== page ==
As often as I can, I incorporate hands-on projects into our history studies. I find that if kids complete interactive tasks while studying history, the subject becomes real and tangible to them.
Plus they’re a lot of fun!
Right now we are studying the American Revolution, so I went hunting for some projects appropriate for the time period.
The first place I searched was of course Pinterest!
Projects to Bring History to Life
Are you a Loyalist or a Patriot?
I came across this activity (My Side of the Story) from Teaching in Room 6 and knew I wanted to add it to our studies. My oldest loves reading historical fiction, so she jumped at the chance to create her own story!
I told her to pretend she was living in the 1700s and think about whether she would be a Loyalist or a Patriot. She would then write a letter to someone close to her, sharing her views.
After thinking about it for a while, she created a story where she was a married woman who supported a different side of the revolution than her husband and it was tearing her family apart.
She brainstormed and came up with a version she was happy with, writing her letter on a plain piece of white paper with black ink.
Since the letter was from the 1700s, she needed to age the paper. First she crumpled up the letter and then used the solvent (tea) and baking technique found in this wikiHow post.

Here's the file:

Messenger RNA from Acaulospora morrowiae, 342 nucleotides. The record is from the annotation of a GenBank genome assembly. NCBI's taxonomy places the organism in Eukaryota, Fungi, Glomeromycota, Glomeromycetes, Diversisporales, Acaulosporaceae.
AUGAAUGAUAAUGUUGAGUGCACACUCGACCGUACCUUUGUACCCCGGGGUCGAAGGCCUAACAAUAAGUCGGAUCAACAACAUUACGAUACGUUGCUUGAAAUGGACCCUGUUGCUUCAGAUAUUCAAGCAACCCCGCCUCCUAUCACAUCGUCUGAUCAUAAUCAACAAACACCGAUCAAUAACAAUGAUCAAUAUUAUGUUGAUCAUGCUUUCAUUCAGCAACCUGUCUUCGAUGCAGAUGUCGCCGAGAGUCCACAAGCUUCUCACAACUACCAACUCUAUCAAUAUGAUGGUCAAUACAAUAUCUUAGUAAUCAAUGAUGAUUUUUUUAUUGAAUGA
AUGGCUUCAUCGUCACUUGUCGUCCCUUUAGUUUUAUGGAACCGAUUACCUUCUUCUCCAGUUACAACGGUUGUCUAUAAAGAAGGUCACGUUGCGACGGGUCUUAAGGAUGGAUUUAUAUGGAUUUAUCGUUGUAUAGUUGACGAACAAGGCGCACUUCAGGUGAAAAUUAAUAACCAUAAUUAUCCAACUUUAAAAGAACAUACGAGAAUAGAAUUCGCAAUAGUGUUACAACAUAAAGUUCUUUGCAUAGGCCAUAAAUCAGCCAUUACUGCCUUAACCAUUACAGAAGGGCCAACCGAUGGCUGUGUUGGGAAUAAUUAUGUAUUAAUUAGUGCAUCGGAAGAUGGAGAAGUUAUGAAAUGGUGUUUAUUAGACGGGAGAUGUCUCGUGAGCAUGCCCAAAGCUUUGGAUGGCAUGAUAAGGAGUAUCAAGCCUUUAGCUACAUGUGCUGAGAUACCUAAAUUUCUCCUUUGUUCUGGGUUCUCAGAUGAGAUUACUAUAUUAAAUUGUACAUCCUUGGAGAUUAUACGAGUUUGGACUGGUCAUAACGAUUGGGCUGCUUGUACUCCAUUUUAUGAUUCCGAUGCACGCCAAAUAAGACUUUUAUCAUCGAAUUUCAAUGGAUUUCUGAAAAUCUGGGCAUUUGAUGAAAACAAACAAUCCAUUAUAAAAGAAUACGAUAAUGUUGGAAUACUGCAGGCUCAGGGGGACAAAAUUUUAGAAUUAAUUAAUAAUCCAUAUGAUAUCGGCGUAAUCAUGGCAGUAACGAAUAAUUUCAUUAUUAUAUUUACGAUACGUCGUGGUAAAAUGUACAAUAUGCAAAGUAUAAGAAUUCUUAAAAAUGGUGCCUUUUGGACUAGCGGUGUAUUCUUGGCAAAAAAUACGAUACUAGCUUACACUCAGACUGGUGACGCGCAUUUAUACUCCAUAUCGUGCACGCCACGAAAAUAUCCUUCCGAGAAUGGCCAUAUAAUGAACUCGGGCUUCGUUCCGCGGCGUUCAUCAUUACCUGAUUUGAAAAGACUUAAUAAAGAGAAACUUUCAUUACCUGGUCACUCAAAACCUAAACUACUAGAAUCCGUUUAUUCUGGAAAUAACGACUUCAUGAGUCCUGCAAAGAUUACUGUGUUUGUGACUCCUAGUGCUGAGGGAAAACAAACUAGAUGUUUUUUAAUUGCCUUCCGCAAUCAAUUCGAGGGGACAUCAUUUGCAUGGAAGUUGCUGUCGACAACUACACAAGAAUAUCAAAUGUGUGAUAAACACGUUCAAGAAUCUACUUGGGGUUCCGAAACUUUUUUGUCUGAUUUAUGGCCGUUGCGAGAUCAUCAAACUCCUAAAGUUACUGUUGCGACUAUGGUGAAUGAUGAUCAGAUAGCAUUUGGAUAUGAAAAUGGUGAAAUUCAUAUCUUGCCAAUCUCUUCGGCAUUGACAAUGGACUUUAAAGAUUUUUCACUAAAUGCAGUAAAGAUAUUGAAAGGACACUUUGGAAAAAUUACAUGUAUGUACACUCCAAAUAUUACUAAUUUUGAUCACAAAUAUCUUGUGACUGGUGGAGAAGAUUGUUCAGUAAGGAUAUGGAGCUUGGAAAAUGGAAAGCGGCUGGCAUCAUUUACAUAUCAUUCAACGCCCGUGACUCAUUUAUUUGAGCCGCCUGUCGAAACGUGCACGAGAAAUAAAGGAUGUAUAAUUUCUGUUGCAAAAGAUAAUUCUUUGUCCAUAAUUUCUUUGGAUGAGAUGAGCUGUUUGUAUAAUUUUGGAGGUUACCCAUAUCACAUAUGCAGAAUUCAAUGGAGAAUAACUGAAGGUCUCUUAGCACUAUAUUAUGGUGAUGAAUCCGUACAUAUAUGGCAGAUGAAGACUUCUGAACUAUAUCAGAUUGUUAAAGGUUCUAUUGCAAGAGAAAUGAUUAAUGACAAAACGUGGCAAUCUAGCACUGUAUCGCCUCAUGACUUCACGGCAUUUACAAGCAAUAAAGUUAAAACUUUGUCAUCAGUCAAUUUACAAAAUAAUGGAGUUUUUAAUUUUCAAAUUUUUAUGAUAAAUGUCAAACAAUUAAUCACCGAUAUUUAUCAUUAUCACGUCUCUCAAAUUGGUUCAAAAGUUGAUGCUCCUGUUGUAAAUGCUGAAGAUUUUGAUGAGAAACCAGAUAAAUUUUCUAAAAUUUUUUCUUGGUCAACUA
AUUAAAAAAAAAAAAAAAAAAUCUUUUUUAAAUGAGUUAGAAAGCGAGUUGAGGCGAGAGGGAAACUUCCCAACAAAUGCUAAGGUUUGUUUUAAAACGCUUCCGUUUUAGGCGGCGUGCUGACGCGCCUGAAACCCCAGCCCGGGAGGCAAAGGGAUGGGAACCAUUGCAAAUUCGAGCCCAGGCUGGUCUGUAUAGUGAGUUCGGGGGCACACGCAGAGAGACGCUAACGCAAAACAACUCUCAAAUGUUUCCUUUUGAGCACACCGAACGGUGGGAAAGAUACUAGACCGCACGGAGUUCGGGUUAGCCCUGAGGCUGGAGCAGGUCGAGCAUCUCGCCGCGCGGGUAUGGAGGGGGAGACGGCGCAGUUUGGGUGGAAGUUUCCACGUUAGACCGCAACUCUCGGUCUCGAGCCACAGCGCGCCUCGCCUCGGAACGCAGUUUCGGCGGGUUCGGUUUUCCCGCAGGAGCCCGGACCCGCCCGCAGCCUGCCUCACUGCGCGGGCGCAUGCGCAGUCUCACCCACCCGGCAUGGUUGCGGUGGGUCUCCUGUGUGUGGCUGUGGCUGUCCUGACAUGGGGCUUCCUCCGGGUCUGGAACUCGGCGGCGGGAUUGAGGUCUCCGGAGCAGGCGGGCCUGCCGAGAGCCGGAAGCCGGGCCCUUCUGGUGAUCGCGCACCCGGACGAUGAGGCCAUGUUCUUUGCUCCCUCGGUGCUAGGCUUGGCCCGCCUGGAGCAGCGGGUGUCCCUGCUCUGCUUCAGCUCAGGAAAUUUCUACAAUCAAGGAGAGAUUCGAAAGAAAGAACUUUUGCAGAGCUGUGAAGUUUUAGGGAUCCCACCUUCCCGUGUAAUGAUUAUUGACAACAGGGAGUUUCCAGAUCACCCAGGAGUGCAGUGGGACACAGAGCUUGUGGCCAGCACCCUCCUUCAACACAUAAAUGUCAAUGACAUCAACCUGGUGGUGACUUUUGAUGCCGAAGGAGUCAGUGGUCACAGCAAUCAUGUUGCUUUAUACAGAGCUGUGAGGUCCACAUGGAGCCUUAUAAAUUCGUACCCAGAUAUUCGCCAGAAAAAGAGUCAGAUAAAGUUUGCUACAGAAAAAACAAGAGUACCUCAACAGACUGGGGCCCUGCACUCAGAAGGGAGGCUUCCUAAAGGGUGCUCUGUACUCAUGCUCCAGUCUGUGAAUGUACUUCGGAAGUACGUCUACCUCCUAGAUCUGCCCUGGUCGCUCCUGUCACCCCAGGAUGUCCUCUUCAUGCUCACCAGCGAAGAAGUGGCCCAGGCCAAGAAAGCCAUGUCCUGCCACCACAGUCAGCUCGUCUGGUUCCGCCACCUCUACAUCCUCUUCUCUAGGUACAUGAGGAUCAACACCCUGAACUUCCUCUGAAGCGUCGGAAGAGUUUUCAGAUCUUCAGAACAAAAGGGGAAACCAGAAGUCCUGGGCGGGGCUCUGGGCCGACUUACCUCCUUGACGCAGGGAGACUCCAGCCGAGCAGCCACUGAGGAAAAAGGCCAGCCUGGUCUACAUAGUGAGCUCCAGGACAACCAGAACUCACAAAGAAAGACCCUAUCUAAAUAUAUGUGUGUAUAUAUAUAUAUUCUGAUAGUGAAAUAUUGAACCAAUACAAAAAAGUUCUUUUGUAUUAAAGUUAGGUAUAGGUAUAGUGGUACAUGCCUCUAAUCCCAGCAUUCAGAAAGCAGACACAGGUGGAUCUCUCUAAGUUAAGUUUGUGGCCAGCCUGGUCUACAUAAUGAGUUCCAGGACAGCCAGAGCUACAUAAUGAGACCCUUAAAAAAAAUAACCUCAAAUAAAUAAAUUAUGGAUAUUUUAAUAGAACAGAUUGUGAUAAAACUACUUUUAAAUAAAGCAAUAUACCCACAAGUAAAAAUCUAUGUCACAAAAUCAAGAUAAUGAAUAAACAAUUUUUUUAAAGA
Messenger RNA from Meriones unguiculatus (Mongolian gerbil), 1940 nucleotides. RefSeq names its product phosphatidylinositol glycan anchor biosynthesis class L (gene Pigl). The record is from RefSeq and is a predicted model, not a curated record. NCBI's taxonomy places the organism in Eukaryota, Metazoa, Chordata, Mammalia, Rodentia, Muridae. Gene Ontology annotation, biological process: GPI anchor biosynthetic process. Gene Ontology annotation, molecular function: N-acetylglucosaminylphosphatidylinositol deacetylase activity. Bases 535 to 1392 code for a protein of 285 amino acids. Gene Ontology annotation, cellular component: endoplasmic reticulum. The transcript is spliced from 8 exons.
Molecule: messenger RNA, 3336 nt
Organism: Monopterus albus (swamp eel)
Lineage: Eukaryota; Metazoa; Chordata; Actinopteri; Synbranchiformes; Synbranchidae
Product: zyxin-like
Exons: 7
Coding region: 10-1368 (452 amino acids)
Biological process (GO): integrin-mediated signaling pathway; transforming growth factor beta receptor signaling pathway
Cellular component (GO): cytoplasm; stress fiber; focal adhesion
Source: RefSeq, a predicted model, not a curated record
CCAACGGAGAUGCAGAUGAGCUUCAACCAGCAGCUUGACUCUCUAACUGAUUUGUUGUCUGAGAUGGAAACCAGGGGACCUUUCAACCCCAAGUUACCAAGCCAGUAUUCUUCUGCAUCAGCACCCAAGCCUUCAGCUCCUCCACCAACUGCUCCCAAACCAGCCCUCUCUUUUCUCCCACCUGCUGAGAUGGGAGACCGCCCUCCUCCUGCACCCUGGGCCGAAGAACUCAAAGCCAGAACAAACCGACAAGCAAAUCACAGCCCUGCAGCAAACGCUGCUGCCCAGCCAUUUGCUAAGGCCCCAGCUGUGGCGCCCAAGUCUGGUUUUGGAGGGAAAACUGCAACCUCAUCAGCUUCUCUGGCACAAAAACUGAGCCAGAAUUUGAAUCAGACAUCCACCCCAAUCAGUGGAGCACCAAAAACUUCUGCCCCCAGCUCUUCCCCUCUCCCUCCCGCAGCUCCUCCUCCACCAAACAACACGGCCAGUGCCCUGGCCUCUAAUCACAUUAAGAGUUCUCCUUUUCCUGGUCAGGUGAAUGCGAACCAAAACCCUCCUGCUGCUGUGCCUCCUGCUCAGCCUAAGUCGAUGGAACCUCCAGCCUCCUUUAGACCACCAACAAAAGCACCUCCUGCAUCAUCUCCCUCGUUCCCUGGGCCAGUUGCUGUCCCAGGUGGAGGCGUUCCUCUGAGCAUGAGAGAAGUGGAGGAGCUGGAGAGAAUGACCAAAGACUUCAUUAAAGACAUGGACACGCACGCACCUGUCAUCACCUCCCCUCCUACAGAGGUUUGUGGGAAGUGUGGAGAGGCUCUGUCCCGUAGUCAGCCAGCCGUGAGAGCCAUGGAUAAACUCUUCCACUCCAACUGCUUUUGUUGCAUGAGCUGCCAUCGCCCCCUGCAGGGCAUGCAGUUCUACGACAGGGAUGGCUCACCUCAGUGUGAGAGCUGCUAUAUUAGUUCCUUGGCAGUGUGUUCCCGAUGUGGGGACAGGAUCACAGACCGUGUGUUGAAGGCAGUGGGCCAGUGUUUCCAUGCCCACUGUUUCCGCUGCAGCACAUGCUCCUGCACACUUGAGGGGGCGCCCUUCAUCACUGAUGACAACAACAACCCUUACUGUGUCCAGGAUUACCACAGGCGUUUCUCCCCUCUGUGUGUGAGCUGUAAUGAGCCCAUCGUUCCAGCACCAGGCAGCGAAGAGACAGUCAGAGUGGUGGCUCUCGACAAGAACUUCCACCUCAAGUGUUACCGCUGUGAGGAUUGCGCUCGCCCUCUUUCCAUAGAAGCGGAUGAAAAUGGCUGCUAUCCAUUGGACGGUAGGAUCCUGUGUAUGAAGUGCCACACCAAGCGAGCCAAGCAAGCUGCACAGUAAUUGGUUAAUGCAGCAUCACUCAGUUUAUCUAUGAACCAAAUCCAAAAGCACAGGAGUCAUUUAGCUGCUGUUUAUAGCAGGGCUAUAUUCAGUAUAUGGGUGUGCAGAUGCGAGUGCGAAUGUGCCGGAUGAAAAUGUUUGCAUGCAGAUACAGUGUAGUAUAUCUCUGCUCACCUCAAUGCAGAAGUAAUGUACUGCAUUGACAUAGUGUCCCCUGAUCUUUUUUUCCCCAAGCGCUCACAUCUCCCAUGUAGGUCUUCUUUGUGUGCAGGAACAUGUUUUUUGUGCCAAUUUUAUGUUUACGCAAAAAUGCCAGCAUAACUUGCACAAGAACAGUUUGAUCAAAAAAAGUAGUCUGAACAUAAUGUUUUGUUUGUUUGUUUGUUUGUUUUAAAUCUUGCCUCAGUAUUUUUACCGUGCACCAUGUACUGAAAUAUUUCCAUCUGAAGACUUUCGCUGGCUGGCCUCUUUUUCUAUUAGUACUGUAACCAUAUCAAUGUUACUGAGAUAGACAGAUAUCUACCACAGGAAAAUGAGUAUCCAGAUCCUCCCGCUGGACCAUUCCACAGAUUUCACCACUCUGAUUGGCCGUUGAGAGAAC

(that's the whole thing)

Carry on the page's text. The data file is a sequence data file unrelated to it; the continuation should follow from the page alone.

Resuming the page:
Silhouettes – Remembering Family
The silhouette from 123 Homeschool 4 Me brings together two of our favorite subjects – art and history.
Prior to the invention of photography in the early 1800s, capturing someone’s image was done either through painting or sculpture and was an extravagance that few, aside from the wealthy, had the time or money for.
A different option, silhouette portraits, gained popularity as more skilled artists came over from England.
My daughter decided to use one of her American Girl dolls for this project. She set her up on a stool and taped a piece of paper to the wall behind her. Then working with a light, she created the silhouette she was looking for. She traced the shadow and then painted the image with black acrylic paint.
Since she enjoys painting more than cutting, I had her paint the silhouette on white paper instead of cutting it out of black paper.
If you would like to take this project a step further, add in an additional writing assignment by having your middle schooler write a story about the person in the silhouette.
My oldest really enjoyed completing these two American Revolution activities. Plus, they gave me a glimpse into her understanding of the time period.
We love history! If you’re looking for more ways to make history fun, check out our other history posts.